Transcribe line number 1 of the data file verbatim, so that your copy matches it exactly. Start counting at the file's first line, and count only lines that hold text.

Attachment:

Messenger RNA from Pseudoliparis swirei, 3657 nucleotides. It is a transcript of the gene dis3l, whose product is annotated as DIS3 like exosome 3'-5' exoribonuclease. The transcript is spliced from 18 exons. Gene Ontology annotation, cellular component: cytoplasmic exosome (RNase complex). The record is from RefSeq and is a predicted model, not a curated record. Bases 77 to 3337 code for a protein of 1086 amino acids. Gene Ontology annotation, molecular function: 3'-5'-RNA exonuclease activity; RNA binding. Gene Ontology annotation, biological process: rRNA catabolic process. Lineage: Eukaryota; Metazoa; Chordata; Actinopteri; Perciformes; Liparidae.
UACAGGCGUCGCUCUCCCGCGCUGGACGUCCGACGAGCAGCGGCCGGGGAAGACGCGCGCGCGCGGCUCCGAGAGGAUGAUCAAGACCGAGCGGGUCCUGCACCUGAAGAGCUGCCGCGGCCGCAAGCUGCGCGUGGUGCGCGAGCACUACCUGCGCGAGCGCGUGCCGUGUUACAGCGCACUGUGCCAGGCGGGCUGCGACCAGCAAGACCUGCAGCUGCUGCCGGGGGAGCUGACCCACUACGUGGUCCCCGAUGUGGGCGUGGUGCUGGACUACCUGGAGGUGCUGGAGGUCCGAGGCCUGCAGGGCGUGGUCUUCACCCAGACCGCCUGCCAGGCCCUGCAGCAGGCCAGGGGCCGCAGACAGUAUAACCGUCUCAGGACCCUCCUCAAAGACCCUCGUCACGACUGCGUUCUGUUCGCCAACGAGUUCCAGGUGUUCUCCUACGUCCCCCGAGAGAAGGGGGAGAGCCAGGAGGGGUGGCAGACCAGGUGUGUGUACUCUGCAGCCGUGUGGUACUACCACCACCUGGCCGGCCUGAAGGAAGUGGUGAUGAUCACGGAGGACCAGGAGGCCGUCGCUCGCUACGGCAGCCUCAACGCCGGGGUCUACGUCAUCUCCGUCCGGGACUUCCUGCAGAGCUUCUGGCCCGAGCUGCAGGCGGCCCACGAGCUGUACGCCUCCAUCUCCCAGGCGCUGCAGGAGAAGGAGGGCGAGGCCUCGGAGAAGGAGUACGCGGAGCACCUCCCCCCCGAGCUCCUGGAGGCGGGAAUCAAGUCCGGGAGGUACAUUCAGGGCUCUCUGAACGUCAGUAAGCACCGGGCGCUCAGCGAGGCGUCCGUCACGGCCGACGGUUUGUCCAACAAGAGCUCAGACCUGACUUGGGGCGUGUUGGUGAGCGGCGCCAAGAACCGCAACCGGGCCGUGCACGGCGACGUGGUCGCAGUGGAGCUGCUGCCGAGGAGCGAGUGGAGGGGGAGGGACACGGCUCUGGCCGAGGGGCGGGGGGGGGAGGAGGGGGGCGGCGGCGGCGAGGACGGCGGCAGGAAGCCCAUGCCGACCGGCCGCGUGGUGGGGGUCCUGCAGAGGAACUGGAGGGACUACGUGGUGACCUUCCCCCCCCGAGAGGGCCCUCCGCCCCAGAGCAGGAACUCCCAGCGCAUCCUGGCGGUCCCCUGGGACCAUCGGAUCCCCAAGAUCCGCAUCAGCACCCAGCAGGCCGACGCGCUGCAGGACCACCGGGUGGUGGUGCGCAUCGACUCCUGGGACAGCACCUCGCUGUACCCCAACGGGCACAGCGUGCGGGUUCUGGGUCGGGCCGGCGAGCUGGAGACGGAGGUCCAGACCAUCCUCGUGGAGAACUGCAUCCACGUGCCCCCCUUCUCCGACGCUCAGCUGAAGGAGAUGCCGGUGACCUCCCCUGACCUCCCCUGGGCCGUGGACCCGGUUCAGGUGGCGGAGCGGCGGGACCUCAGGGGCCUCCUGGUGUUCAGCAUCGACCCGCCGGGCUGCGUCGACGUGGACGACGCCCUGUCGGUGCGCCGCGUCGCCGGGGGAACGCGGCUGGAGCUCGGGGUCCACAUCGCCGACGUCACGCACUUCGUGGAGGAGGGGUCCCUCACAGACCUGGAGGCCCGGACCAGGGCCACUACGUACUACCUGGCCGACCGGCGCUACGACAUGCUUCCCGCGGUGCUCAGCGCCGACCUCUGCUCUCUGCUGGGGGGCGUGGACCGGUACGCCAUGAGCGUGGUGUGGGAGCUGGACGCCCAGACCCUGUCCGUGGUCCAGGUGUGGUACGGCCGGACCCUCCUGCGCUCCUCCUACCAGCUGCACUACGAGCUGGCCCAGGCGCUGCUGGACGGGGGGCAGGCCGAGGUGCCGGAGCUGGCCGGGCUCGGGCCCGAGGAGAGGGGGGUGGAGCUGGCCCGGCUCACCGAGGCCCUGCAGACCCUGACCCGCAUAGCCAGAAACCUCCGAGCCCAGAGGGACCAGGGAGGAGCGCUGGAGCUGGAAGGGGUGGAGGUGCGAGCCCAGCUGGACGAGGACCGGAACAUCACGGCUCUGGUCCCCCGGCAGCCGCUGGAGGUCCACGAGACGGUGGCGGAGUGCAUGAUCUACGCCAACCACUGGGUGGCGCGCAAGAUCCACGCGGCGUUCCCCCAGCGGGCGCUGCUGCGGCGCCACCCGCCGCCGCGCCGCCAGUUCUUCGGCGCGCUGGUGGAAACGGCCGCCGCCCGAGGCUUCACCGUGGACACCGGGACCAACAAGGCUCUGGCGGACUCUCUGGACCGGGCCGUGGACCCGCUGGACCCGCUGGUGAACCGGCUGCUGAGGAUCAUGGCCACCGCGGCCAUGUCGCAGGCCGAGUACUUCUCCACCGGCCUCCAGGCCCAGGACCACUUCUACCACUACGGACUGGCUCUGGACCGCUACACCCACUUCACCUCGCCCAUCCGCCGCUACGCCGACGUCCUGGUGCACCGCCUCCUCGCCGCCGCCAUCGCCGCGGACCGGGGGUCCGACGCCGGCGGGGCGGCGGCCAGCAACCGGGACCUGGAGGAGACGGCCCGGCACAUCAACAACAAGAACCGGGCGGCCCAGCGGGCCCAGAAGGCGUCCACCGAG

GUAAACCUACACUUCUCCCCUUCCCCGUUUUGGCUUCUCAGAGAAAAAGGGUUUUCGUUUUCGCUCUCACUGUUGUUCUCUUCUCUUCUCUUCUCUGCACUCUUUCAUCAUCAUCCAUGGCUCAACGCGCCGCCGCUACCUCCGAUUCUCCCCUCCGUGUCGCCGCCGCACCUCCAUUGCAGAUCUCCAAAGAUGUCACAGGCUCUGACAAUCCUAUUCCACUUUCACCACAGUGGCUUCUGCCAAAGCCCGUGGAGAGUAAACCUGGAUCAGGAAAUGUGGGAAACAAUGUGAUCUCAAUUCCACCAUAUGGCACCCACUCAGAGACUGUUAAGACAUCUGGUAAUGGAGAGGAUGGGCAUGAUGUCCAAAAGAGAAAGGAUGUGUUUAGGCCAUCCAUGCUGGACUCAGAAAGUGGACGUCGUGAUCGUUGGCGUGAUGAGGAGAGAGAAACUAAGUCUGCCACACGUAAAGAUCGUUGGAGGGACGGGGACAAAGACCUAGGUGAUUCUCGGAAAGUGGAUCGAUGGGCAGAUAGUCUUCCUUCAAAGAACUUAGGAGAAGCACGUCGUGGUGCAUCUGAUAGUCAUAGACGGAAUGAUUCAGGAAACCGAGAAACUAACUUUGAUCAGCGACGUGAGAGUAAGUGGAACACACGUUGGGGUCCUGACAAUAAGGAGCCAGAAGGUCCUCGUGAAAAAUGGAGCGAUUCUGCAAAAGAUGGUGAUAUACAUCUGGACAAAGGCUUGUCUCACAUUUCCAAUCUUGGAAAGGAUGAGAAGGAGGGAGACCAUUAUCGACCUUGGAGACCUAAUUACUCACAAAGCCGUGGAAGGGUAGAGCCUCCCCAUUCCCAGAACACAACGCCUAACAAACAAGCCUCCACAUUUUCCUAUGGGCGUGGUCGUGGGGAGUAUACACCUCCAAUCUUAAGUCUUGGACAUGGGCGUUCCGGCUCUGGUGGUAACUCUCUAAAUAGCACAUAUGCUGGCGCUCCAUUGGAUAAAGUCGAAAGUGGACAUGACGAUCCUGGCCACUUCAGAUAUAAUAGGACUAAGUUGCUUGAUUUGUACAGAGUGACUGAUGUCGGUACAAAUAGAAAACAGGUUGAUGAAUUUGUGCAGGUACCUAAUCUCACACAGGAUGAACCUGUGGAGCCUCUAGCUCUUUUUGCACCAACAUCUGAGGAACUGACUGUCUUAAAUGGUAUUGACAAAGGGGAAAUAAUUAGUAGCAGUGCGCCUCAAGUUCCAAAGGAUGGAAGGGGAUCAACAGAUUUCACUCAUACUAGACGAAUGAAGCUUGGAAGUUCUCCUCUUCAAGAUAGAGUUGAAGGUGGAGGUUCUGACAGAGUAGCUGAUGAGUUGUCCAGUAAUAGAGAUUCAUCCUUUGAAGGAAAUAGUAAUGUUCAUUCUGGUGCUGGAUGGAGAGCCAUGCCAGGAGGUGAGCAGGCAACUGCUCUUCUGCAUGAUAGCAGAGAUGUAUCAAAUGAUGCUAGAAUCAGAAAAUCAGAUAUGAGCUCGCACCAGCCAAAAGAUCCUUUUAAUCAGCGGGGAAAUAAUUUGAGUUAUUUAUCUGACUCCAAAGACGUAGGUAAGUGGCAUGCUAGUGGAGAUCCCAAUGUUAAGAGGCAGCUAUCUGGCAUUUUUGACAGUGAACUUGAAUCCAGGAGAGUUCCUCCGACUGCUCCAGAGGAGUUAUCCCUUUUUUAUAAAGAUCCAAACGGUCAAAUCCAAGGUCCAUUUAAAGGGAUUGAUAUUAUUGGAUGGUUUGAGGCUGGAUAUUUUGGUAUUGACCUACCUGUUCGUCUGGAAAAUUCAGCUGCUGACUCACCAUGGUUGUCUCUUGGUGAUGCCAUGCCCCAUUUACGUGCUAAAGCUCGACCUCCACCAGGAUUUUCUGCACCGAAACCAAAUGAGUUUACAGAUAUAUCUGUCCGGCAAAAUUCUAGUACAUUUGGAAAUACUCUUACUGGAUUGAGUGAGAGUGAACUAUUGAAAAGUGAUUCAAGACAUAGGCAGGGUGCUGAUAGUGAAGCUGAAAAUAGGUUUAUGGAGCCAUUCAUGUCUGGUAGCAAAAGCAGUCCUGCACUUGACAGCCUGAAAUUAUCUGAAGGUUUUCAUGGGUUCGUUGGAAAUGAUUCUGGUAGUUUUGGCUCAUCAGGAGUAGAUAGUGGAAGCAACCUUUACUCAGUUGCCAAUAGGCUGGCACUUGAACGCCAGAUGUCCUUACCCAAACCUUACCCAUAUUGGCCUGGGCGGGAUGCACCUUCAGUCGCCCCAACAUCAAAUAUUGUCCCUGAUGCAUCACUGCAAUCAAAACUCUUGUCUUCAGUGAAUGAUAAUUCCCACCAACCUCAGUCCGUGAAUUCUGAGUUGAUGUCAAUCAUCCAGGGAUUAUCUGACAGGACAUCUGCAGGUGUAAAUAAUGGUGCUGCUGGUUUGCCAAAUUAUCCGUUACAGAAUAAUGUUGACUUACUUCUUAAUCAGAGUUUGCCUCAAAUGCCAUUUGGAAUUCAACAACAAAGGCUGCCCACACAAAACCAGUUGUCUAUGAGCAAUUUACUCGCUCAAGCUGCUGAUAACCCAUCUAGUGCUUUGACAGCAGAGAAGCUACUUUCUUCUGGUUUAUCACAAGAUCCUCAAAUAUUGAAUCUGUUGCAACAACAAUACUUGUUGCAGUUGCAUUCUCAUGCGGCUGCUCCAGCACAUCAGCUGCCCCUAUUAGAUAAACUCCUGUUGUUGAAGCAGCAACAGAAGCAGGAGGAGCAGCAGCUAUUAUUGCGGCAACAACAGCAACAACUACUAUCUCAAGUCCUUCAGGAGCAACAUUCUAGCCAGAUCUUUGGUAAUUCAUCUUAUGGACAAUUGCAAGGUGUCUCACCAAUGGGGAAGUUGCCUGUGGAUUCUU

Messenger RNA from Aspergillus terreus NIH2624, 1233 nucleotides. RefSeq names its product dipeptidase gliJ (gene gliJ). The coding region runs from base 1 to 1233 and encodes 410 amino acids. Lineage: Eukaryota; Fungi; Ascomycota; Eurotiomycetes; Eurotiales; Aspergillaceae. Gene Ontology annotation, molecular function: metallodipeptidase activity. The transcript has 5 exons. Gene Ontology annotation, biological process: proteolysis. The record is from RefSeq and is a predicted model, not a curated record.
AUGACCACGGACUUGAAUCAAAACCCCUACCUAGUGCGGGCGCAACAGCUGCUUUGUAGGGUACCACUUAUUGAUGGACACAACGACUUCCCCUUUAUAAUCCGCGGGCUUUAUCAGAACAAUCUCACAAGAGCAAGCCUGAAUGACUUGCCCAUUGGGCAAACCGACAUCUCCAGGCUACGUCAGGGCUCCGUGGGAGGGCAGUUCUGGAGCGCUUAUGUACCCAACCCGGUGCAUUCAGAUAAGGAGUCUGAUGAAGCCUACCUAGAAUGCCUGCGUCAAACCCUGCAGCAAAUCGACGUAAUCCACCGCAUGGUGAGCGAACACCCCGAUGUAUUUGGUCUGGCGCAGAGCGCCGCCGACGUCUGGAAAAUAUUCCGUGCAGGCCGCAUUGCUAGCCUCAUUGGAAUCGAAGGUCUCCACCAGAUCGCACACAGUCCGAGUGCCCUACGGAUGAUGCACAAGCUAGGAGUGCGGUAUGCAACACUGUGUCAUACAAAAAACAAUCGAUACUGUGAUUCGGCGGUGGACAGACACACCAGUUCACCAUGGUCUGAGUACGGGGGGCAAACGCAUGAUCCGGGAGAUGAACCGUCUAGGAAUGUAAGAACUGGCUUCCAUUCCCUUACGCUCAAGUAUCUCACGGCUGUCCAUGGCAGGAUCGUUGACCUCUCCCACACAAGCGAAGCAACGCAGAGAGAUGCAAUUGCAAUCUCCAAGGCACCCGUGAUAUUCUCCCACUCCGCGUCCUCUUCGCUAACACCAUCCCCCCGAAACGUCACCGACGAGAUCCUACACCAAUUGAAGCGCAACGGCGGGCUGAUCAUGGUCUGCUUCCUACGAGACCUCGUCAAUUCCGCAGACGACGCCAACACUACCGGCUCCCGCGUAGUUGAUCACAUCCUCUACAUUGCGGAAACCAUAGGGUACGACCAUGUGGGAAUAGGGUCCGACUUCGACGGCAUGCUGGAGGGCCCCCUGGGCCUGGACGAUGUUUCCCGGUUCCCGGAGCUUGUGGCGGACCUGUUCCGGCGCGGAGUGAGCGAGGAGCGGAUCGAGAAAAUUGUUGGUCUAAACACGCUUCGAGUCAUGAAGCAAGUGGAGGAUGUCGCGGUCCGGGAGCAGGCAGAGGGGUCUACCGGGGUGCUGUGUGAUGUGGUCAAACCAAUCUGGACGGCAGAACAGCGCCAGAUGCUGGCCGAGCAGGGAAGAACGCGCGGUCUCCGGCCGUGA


Messenger RNA from Pseudoliparis swirei, 3657 nucleotides. It is a transcript of the gene dis3l, whose product is annotated as DIS3 like exosome 3'-5' exoribonuclease. The transcript is spliced from 18 exons. Gene Ontology annotation, cellular component: cytoplasmic exosome (RNase complex). The record is from RefSeq and is a predicted model, not a curated record. Bases 77 to 3337 code for a protein of 1086 amino acids. Gene Ontology annotation, molecular function: 3'-5'-RNA exonuclease activity; RNA binding. Gene Ontology annotation, biological process: rRNA catabolic process. Lineage: Eukaryota; Metazoa; Chordata; Actinopteri; Perciformes; Liparidae.